Originating in theBayankalaMountainsinQinghaiProvincein westernChina, it flows through nine provinces of China, namelyQinghai,Sichuan,Gansu, Ningxia,Inner Mongolia,Shaanxi,Shanxi,Henan, and Shandong Provinces and empties into the Bo Sea.

 TheYellow River gains its name for its major color that is the color of sand, because the river is the highest sand-capacity one in the world.

Part1 History & Culture 

As the Chinese regard yellow as an emblem of loess land, the emperor, the yellow skin and the legendary Chinese Dragon, the Yellow River is referred as not only a river, but also “the MotherRiver” and “the Cradle of the Chinese Civilization”.

 30 million years ago, ancient Chinese started to live by the shore of theYellow Riverand played the overture of the ancient Chinese civilization. It is the birthplace of the ancient Chinese civilizations and is the most prosperous region in early Chinese history. Six thousand years ago, as a representative of the matriarchal culture, Banpo Clan had existence on the Loess land of northChina.

 The reign of Chinese ancient emperors of several dynasties promotes the development of ancient Chinese civilizations to the peak. Gunpowder, compass, paper making, printing, poetry, Song of the Song Dynasty , all of these inventions and scientific achievements not only promote Chinese culture development, but also spread it to the rest of the world, making an important contribution to the cultural development of human beings.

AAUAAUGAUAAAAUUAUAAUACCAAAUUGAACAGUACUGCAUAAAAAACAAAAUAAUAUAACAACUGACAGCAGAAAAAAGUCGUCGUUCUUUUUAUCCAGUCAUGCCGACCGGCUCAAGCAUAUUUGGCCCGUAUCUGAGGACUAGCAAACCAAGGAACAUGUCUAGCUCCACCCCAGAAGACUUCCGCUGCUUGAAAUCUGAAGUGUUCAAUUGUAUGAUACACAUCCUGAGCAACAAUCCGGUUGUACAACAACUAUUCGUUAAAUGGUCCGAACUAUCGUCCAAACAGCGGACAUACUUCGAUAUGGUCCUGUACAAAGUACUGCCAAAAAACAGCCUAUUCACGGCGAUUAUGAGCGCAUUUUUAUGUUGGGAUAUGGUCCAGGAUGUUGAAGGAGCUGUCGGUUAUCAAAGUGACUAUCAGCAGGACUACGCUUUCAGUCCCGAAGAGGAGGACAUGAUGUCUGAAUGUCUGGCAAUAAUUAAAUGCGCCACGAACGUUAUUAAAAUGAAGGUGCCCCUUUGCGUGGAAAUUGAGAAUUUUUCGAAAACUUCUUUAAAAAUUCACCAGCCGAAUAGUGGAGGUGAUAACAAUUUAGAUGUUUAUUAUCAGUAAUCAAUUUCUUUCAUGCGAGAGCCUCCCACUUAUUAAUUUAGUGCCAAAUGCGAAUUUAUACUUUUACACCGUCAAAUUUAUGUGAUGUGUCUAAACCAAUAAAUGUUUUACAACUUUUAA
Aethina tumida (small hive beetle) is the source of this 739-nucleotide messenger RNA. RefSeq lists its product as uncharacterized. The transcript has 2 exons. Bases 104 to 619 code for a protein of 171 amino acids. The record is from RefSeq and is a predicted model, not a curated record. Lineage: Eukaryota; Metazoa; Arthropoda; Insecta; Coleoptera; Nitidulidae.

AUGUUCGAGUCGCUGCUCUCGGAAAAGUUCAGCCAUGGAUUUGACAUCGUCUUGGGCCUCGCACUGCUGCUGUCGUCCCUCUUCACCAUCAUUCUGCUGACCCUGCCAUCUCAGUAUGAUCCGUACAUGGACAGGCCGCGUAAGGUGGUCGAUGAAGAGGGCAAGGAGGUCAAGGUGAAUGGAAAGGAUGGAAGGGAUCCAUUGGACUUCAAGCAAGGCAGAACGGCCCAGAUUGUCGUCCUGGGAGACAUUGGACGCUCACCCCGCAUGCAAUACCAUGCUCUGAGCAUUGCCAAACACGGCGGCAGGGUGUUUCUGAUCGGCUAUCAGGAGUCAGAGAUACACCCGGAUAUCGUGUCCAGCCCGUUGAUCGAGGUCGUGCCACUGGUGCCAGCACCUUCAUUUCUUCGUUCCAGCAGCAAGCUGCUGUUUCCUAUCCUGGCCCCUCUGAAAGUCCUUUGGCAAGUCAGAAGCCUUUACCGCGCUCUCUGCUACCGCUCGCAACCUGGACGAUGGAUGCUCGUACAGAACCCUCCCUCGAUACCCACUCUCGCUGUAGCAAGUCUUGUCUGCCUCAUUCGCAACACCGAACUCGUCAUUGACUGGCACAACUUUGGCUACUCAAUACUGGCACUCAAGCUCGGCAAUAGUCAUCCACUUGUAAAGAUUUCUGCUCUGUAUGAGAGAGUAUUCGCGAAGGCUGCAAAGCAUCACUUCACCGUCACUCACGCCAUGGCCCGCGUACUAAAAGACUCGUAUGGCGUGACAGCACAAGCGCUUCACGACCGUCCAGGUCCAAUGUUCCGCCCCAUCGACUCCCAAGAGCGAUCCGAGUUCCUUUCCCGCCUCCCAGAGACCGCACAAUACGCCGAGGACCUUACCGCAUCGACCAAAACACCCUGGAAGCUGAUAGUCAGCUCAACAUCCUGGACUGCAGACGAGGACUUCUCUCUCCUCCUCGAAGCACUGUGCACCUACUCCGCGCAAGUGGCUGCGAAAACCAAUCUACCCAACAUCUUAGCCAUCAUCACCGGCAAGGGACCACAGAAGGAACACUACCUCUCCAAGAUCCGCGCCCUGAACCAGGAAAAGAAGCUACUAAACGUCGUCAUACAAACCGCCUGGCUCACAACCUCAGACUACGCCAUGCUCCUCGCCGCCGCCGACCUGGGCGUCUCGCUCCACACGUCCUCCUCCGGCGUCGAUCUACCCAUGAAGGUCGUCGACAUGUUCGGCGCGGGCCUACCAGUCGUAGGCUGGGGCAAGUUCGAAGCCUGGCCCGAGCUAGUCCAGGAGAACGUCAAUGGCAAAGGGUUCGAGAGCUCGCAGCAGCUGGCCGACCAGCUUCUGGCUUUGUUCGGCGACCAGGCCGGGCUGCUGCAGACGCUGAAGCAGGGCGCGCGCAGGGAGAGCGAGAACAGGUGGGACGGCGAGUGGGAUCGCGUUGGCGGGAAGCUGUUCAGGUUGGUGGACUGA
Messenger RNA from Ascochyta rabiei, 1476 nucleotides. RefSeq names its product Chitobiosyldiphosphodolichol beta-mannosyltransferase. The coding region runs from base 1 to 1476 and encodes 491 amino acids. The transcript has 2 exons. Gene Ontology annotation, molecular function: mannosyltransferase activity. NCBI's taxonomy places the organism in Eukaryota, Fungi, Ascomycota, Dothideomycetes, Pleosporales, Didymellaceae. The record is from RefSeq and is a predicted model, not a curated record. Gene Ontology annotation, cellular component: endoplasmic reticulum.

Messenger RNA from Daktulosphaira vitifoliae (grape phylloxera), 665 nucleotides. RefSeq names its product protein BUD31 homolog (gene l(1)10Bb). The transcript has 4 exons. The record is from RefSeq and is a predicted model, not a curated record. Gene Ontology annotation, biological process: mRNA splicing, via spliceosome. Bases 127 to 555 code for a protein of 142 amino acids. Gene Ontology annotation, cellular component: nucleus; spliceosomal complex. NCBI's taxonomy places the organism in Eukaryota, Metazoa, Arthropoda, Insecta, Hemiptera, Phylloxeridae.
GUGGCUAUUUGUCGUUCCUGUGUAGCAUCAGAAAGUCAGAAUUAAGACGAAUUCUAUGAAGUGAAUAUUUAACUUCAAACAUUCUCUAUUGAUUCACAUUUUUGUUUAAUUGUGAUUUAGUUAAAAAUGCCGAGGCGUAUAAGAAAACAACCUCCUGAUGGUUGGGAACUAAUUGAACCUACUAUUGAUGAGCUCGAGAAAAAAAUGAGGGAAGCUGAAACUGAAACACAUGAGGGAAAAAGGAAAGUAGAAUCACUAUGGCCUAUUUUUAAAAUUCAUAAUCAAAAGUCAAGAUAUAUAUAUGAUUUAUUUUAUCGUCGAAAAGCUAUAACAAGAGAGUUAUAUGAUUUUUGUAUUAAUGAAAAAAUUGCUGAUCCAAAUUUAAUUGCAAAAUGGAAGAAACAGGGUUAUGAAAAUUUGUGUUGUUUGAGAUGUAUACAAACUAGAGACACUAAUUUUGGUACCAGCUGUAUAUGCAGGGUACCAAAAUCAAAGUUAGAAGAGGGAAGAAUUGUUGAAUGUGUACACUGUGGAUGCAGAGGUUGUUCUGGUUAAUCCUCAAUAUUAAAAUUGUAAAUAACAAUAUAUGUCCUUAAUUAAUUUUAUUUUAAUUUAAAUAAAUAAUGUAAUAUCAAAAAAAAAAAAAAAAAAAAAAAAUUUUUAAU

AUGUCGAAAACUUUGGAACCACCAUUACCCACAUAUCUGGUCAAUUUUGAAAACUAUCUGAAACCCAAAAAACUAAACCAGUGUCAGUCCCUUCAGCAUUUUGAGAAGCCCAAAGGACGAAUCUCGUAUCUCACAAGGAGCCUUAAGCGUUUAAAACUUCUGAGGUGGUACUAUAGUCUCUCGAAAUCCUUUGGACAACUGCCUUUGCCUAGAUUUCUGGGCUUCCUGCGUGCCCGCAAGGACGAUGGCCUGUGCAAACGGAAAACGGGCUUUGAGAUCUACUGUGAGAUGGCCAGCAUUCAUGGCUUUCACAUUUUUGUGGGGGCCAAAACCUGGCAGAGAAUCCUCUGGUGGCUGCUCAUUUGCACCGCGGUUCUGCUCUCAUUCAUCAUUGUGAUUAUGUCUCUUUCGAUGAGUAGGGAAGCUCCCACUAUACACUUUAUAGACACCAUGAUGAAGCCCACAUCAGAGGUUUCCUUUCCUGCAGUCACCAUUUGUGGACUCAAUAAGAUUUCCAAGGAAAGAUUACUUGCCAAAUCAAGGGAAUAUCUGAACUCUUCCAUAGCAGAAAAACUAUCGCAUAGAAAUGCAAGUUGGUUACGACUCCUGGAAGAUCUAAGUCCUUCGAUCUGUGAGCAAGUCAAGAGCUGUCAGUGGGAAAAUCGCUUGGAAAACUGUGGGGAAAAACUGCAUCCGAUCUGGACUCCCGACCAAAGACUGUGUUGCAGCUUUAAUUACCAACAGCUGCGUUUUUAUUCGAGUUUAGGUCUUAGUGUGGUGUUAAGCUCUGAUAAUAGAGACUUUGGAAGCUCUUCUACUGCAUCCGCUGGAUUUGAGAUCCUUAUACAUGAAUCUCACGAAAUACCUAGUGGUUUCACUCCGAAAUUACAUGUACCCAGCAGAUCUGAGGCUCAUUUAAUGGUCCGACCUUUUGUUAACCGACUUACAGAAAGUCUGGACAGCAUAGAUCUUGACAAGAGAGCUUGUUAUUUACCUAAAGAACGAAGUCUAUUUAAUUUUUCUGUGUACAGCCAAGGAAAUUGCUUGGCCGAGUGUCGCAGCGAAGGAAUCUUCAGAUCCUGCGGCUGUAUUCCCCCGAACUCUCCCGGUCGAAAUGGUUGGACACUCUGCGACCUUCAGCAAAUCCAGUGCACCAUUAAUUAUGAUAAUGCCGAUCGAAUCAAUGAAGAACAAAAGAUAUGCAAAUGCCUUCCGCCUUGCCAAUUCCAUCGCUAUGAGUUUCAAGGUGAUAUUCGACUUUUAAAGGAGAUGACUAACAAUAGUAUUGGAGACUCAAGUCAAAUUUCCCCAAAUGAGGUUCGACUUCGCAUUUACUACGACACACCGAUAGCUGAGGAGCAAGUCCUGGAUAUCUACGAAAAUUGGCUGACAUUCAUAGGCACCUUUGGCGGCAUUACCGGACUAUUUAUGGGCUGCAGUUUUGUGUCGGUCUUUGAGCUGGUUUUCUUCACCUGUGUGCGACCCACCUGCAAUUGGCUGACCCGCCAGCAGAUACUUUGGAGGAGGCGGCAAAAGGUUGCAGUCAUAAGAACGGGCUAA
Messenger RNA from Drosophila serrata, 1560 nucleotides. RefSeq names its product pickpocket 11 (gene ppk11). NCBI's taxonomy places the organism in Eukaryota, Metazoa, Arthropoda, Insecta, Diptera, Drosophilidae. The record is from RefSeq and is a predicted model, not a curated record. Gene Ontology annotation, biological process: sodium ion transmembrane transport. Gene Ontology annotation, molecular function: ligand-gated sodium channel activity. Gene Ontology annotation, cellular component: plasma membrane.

Part2 Distribution

It is commonly considered that theYellow Rivercan be divided into the three following reaches.

 The upper reaches of the yellow river is referred to the area above theHekouTowninTuoketuoCounty, Inner Mongolia Autonomous Region. The river in this section goes rushing and carries for nearly 50 percent of water resource ofYellow river.

 The middle reaches runs fromHekouTownto Tao Huayu inZhengzhou,HenanProvince. The river passes through the longest series of continuous valleys on its main course, collectively called theJinshanValley. The large amount of mud and sand discharged into the river makes theYellow Riverthe most sediment-laden river in the world. And the abundant hydrodynamic resources stored in this section make it the second most suitable area to build hydroelectric power plants.